Breakthrough research showcases an innovative imaging technique that uses ultrasound to provide in depth images in a noninvasive way.
Endoscopy is currently one of the most common methods for medical imaging. Its uses include diagnosing conditions that affect the lungs, the colon, the throat, and the gastrointestinal tract.
During an endoscopy, medical professionals insert an endoscope — a long, thin tube with a strong light and a small camera at the end — into a small opening, such as the mouth or a tiny incision that a surgeon makes.
Endoscopies are an invasive procedure, albeit minimally so. They can create discomfort and are not without risks. Potential side effects of endoscopies include oversedation, cramps, persistent pain, or even tissue perforation and minor internal bleeding.
Now, an innovative discovery may put an end to endoscopy altogether. Maysam Chamanzar, an assistant professor of electrical and computer engineering at Carnegie Mellon University in Pittsburgh, Pennsylvania, and Matteo Giuseppe Scopelliti, a doctoral researcher in the same department, have devised a noninvasive ultrasound imaging technique that promises to replace the endoscope.
The researchers detail their novel technique in the journal
Chamanzar and Scopelliti explain in their paper that biological tissue, being a turbid (or dense and opaque) medium, limits the possibilities of optical methods.
Specifically, the tissue is made of large particles and membranes and restricts the depth and resolution of optical imagery, “especially in the visible and near infrared range of the spectrum.”
The new technique, however, uses ultrasound to devise a “virtual lens” in the body instead of inserting a physical one. The operator can then adjust the lens by “changing the ultrasonic pressure waves inside the medium,” write the authors, and so take in depth images that were never accessible before, using noninvasive means.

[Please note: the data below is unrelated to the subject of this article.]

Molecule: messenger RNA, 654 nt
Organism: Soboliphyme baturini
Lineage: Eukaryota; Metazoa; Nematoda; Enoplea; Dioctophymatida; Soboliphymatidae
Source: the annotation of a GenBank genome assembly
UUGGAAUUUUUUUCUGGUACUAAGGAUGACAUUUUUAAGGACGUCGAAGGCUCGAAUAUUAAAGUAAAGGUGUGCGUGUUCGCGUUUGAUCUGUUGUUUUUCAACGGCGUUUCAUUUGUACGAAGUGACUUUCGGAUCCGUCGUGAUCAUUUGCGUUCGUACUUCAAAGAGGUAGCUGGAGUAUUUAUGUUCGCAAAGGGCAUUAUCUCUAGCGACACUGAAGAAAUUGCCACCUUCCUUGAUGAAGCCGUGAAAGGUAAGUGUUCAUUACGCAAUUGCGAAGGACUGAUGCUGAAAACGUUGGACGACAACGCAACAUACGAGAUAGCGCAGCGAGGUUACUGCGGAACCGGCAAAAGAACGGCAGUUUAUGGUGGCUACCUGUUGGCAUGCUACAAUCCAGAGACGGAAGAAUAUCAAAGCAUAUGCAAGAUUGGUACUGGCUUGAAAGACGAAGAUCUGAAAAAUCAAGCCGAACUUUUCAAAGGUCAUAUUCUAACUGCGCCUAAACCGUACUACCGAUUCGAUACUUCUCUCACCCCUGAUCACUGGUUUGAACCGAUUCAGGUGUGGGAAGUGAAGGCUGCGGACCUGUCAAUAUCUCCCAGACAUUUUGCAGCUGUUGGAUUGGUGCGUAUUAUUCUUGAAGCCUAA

Ultrasound waves can compress or rarefy the medium that they penetrate. Light travels more slowly through compressed media, and more quickly in rarefied media.
The authors explain that they were able to create the virtual lens by using this compression/rarefaction effect:
“As the ultrasonic waves propagate through the medium, they modulate its density and hence its local refractive index; the medium is compressed in the high pressure regions, resulting in a higher density, while it is rarefied in the negative pressure areas where the local density is reduced.”
“As a result,” they write, “the pressure standing wave creates a local refractive index contrast.”
Moreover, adjusting or reconfiguring the ultrasound waves from the outside can move the lens around inside the medium, allowing it to travel to different regions and take images at different depths.
“We used ultrasound waves to sculpt a virtual optical relay lens within a given target medium, which, for example, can be biological tissue,” says Chamanzar. “Therefore, the tissue is turned into a lens that helps us capture and relay the images of deeper structures.”
The researcher further explains how the technique works and why it is a progressive step for visualizing inside the body.
“What distinguishes our work from conventional acousto-optic methods is that we are using the target medium itself, which can be biological tissue, to affect light as it propagates through the medium,” continues Chamanzar. “This in situ interaction provides opportunities to counterbalance the [obstacles] that disturb the trajectory of light.”
Some of the applications of the new technique include brain imaging, diagnosing skin conditions, and identifying tumors in various organs. The method could involve a handheld device or skin patch, depending on the area that needs monitoring.
By simply applying it on the surface of the skin, healthcare professionals could obtain images of internal organs without the potential side effects and unpleasantness of an endoscopy.
“Being able to relay images from organs, such as the brain, without the need to insert physical optical components will provide an important alternative to implanting invasive endoscopes in the body.”
“This method can revolutionize the field of biomedical imaging,” he adds.
“Turbid media have always been considered obstacles for optical imaging,” adds co-author Scopelliti. “But we have shown that such media can be converted to allies to help light reach the desired target.”
“When we activate ultrasound with the proper pattern, the turbid medium becomes immediately transparent. It is exciting to think about the potential impact of this method on a wide range of fields from biomedical applications to computer vision.”